Coppice – Compound Form (Cdr Triple Bath)

With this new material from the Chicago based duo of Noé Cuéllar & Joseph Kramer, together forming Coppice, I came to the realization that there are really a lot of  interesting things going on, almost epiphanic. Together with contemporary musicians like Tim Olive, Pascal Battus and Eli Keszler Coppice are constructing a unique sound in this new found blue ocean. I’d like to call them the elite of the new avant-garde ; their brand is that of anonymity and their artistic use of images, the minimalism and intimate sounds might support the idea that only if we come closer, when we get a more detailed look at the surrealistic scenery seen through a miniature hole in a box, to the realization all is a set up.  As soon as the listener gets too close, the image darkens and changes. Their approach is to distract, to always camouflage a deeper intention, pure, shallow and transparent.  And all though it feels electronic,  innovative with much attention for high resolution uncovering a lot of detail, the Cagean approach of doing more with less works in their advantage, chance leading.  

The CD-r has only 1 track and acts as a 30 minute nonstop trip through older work from the duo, recorded live on October 26, 2012 in Studio Z, in Minneapolis. These are organic abstractions, wood that gets knocked on, sounds from shruti box bellows and craftmanship from a pump organ I believe. Imagine instruments exploring austerity further and further, sourcing drones from everywhere delivering ecstatic moments when analogue tones blend with electronically generated sound. This shruti box, for which this piece was written originally is a wooden box that uses bellows to breathe air through intentionally opened holes to create a drone that, when the right combination of tones is set,  creates very analogue sounding humming that allows Compound Form to continuously infest new directions, like a virus spreading, with its typical phases embedded, exponential growth alternating phases of relative calm, taking over the control, sublime and secretly almost.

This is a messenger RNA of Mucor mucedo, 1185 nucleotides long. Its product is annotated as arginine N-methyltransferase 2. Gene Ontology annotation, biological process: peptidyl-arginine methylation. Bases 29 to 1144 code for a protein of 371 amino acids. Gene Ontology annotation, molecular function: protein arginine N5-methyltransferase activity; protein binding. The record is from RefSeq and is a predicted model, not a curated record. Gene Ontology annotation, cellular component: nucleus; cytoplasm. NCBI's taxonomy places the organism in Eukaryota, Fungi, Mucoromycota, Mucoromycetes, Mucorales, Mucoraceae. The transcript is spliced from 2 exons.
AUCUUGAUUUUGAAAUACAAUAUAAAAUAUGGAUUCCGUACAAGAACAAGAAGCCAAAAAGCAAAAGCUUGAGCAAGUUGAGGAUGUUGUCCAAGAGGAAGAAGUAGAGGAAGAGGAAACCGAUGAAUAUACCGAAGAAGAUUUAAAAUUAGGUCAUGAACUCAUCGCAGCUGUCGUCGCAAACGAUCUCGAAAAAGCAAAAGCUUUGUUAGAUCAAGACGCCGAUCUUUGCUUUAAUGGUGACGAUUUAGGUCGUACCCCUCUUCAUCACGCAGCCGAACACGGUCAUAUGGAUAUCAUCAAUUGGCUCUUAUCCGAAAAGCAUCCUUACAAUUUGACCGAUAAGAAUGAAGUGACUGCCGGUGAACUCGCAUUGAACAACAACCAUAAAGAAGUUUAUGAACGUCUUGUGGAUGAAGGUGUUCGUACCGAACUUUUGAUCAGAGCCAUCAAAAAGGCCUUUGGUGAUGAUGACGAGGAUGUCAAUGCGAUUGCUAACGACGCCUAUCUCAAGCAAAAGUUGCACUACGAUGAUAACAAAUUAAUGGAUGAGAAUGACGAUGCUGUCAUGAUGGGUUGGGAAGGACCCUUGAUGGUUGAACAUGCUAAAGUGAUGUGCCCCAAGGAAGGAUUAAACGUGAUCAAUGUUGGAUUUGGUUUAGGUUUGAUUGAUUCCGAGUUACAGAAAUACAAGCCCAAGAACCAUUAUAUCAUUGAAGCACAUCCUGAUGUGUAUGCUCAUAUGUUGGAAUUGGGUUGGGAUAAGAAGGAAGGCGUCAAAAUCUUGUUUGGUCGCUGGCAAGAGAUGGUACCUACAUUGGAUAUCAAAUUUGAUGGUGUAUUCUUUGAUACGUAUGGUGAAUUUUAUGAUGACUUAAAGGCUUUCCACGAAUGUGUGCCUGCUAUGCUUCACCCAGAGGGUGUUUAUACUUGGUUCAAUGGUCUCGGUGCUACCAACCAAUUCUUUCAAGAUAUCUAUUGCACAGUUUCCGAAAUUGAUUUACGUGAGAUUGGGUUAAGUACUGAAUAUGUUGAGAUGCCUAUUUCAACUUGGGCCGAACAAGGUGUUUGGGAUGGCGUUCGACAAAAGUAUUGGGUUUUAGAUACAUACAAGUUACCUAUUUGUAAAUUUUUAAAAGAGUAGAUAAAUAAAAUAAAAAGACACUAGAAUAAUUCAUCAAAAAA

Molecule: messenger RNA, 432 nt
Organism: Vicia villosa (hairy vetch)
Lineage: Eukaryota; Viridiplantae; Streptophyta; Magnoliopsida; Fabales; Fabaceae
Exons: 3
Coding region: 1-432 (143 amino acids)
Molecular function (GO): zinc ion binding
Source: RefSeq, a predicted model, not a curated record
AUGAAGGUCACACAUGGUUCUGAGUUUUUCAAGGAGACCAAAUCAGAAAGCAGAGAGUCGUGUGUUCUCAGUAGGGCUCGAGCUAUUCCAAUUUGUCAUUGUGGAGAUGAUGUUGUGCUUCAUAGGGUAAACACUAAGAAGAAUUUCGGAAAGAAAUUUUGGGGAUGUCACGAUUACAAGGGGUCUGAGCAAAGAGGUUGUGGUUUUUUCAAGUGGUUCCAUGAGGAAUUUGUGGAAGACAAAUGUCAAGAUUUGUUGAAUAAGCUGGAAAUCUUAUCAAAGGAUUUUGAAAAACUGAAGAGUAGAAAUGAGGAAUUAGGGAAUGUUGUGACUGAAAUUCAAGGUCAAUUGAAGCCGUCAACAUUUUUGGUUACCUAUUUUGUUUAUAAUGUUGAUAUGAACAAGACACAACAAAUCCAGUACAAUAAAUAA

Their recent output even got better when compared to their previous release (Tract/Holes on Consumer Waste). One of the reasons why I specifically treasure these works is that it reminds me often of Coil, and the ‘sister’ releases to Compound Form are no different ; Pied (on Notice Recordings) and Epoxy (on Pilgrim Talk), both cassette releases using different instruments and recording techniques but in essence with the same sort of compelling intense drowsiness. PvdG.